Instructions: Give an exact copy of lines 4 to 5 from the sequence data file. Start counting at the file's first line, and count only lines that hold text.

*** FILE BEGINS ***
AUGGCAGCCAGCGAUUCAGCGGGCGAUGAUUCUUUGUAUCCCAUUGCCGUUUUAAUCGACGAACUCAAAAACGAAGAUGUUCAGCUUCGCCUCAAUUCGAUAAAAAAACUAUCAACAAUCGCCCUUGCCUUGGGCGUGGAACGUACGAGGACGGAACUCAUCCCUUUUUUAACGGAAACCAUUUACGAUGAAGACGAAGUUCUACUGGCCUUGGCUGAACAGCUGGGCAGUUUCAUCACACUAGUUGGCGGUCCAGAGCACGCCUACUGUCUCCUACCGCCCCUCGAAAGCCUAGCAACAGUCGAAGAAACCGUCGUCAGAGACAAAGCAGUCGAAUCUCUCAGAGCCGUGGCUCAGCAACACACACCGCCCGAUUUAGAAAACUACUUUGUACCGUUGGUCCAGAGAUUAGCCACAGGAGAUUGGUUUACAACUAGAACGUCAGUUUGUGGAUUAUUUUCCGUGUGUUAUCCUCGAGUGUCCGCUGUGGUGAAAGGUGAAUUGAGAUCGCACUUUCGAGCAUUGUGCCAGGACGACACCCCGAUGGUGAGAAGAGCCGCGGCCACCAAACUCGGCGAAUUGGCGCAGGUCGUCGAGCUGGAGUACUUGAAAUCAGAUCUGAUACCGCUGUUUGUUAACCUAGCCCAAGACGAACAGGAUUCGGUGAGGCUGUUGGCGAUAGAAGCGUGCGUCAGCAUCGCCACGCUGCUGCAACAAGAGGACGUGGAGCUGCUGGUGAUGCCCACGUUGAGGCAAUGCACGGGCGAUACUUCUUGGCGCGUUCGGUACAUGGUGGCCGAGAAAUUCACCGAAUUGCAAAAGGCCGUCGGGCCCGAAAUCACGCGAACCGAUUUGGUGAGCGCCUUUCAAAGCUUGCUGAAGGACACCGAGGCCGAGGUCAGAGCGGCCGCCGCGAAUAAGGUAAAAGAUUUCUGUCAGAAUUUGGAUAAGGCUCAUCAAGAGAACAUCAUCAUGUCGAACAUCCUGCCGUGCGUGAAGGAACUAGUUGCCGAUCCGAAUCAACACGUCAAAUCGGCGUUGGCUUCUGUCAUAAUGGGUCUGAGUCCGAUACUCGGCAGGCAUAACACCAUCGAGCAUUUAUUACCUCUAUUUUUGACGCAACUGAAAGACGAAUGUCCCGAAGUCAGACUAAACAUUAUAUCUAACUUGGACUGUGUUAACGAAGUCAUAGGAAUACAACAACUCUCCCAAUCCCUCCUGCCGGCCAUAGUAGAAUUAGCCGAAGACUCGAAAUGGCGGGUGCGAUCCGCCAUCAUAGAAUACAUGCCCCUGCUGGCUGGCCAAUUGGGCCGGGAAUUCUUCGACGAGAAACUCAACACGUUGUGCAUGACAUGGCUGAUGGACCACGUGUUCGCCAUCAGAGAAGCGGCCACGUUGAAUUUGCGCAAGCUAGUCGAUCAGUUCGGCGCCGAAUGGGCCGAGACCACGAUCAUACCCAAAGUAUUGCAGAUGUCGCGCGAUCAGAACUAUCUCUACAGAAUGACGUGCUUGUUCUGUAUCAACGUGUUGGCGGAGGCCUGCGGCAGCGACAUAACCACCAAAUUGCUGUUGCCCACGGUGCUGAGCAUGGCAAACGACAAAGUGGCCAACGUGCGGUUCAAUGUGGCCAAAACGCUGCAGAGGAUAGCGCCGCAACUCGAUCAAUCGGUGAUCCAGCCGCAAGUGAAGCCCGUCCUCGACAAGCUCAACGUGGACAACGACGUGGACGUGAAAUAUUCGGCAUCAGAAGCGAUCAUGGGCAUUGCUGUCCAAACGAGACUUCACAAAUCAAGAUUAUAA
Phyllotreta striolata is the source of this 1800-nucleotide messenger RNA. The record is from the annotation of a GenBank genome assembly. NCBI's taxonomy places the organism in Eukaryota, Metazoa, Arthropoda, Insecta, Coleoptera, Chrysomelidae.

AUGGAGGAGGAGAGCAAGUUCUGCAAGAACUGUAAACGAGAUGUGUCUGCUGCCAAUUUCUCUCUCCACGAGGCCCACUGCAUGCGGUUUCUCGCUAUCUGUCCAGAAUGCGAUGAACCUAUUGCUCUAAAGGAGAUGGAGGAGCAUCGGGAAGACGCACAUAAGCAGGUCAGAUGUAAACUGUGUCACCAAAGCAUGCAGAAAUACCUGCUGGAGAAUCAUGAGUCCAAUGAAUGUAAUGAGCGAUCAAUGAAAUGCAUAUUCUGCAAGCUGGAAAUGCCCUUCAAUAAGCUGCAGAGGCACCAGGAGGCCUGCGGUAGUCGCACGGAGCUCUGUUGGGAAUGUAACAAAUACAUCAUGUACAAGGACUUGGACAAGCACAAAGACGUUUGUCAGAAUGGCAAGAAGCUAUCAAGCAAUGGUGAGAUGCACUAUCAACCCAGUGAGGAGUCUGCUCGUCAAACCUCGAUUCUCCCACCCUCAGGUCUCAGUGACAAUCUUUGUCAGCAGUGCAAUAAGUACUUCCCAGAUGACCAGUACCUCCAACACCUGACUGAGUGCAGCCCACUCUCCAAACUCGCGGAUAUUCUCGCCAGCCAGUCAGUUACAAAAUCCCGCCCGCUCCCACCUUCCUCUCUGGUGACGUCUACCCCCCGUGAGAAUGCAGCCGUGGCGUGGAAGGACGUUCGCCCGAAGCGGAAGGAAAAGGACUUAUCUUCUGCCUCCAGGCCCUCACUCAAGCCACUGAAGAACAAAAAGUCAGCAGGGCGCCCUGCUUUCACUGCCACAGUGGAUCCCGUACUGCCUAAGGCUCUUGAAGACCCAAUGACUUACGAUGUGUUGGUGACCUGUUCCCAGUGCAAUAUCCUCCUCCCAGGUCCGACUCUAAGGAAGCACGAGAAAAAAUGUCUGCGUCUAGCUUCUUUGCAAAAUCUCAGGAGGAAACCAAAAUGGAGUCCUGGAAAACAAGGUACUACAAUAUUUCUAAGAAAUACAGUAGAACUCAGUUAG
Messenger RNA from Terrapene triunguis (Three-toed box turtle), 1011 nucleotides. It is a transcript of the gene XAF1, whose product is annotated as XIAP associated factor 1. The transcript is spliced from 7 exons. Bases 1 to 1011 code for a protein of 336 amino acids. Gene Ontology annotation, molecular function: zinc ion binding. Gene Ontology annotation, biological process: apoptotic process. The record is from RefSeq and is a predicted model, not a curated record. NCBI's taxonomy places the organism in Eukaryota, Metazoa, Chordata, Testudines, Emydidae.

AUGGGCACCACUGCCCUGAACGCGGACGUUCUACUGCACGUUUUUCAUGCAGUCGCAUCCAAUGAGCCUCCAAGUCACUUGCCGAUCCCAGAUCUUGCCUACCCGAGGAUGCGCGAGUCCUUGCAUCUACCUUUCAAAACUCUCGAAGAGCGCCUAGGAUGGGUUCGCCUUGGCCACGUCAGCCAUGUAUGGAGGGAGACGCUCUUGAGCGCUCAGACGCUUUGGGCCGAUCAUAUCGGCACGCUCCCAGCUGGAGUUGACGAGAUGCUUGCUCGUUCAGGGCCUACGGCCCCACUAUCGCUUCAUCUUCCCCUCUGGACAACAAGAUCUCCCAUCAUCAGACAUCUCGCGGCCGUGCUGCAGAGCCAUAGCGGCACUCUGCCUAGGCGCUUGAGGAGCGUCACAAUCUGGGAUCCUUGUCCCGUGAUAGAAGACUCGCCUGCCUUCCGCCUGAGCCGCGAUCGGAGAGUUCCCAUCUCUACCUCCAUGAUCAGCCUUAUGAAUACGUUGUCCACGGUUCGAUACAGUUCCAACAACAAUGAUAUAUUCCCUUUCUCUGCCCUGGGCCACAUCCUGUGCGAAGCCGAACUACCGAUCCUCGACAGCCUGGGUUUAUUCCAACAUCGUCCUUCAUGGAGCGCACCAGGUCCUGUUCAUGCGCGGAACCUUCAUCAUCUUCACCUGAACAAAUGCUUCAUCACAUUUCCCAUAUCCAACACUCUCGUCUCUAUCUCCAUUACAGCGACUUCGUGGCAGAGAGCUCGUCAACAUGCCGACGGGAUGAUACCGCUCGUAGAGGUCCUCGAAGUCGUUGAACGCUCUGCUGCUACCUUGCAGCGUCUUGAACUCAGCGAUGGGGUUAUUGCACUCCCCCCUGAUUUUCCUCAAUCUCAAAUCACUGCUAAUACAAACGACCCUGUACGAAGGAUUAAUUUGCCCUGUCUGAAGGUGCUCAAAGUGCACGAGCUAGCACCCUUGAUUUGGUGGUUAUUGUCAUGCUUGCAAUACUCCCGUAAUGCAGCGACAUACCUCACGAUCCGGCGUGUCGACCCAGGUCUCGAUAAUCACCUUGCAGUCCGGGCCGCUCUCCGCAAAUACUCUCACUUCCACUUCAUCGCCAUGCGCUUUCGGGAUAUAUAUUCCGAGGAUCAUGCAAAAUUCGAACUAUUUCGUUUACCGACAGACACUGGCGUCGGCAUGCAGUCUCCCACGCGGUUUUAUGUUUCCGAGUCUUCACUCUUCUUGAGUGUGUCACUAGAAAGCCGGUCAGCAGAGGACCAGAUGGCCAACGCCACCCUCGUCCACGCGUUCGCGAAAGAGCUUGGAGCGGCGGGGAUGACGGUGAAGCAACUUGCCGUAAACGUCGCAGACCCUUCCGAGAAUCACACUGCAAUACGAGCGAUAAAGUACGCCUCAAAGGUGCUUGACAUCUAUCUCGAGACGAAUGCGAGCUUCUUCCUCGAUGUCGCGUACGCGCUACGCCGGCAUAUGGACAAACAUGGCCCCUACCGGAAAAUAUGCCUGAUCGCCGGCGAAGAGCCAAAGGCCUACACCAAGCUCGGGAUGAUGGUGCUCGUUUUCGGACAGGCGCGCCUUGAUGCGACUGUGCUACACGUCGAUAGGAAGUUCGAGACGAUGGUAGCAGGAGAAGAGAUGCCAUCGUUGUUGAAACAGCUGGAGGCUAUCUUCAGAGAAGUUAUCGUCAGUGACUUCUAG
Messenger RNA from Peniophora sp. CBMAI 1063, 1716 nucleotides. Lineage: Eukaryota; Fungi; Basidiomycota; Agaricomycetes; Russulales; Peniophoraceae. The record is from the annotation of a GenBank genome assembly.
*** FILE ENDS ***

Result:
Messenger RNA from Terrapene triunguis (Three-toed box turtle), 1011 nucleotides. It is a transcript of the gene XAF1, whose product is annotated as XIAP associated factor 1. The transcript is spliced from 7 exons. Bases 1 to 1011 code for a protein of 336 amino acids. Gene Ontology annotation, molecular function: zinc ion binding. Gene Ontology annotation, biological process: apoptotic process. The record is from RefSeq and is a predicted model, not a curated record. NCBI's taxonomy places the organism in Eukaryota, Metazoa, Chordata, Testudines, Emydidae.

AUGGGCACCACUGCCCUGAACGCGGACGUUCUACUGCACGUUUUUCAUGCAGUCGCAUCCAAUGAGCCUCCAAGUCACUUGCCGAUCCCAGAUCUUGCCUACCCGAGGAUGCGCGAGUCCUUGCAUCUACCUUUCAAAACUCUCGAAGAGCGCCUAGGAUGGGUUCGCCUUGGCCACGUCAGCCAUGUAUGGAGGGAGACGCUCUUGAGCGCUCAGACGCUUUGGGCCGAUCAUAUCGGCACGCUCCCAGCUGGAGUUGACGAGAUGCUUGCUCGUUCAGGGCCUACGGCCCCACUAUCGCUUCAUCUUCCCCUCUGGACAACAAGAUCUCCCAUCAUCAGACAUCUCGCGGCCGUGCUGCAGAGCCAUAGCGGCACUCUGCCUAGGCGCUUGAGGAGCGUCACAAUCUGGGAUCCUUGUCCCGUGAUAGAAGACUCGCCUGCCUUCCGCCUGAGCCGCGAUCGGAGAGUUCCCAUCUCUACCUCCAUGAUCAGCCUUAUGAAUACGUUGUCCACGGUUCGAUACAGUUCCAACAACAAUGAUAUAUUCCCUUUCUCUGCCCUGGGCCACAUCCUGUGCGAAGCCGAACUACCGAUCCUCGACAGCCUGGGUUUAUUCCAACAUCGUCCUUCAUGGAGCGCACCAGGUCCUGUUCAUGCGCGGAACCUUCAUCAUCUUCACCUGAACAAAUGCUUCAUCACAUUUCCCAUAUCCAACACUCUCGUCUCUAUCUCCAUUACAGCGACUUCGUGGCAGAGAGCUCGUCAACAUGCCGACGGGAUGAUACCGCUCGUAGAGGUCCUCGAAGUCGUUGAACGCUCUGCUGCUACCUUGCAGCGUCUUGAACUCAGCGAUGGGGUUAUUGCACUCCCCCCUGAUUUUCCUCAAUCUCAAAUCACUGCUAAUACAAACGACCCUGUACGAAGGAUUAAUUUGCCCUGUCUGAAGGUGCUCAAAGUGCACGAGCUAGCACCCUUGAUUUGGUGGUUAUUGUCAUGCUUGCAAUACUCCCGUAAUGCAGCGACAUACCUCACGAUCCGGCGUGUCGACCCAGGUCUCGAUAAUCACCUUGCAGUCCGGGCCGCUCUCCGCAAAUACUCUCACUUCCACUUCAUCGCCAUGCGCUUUCGGGAUAUAUAUUCCGAGGAUCAUGCAAAAUUCGAACUAUUUCGUUUACCGACAGACACUGGCGUCGGCAUGCAGUCUCCCACGCGGUUUUAUGUUUCCGAGUCUUCACUCUUCUUGAGUGUGUCACUAGAAAGCCGGUCAGCAGAGGACCAGAUGGCCAACGCCACCCUCGUCCACGCGUUCGCGAAAGAGCUUGGAGCGGCGGGGAUGACGGUGAAGCAACUUGCCGUAAACGUCGCAGACCCUUCCGAGAAUCACACUGCAAUACGAGCGAUAAAGUACGCCUCAAAGGUGCUUGACAUCUAUCUCGAGACGAAUGCGAGCUUCUUCCUCGAUGUCGCGUACGCGCUACGCCGGCAUAUGGACAAACAUGGCCCCUACCGGAAAAUAUGCCUGAUCGCCGGCGAAGAGCCAAAGGCCUACACCAAGCUCGGGAUGAUGGUGCUCGUUUUCGGACAGGCGCGCCUUGAUGCGACUGUGCUACACGUCGAUAGGAAGUUCGAGACGAUGGUAGCAGGAGAAGAGAUGCCAUCGUUGUUGAAACAGCUGGAGGCUAUCUUCAGAGAAGUUAUCGUCAGUGACUUCUAG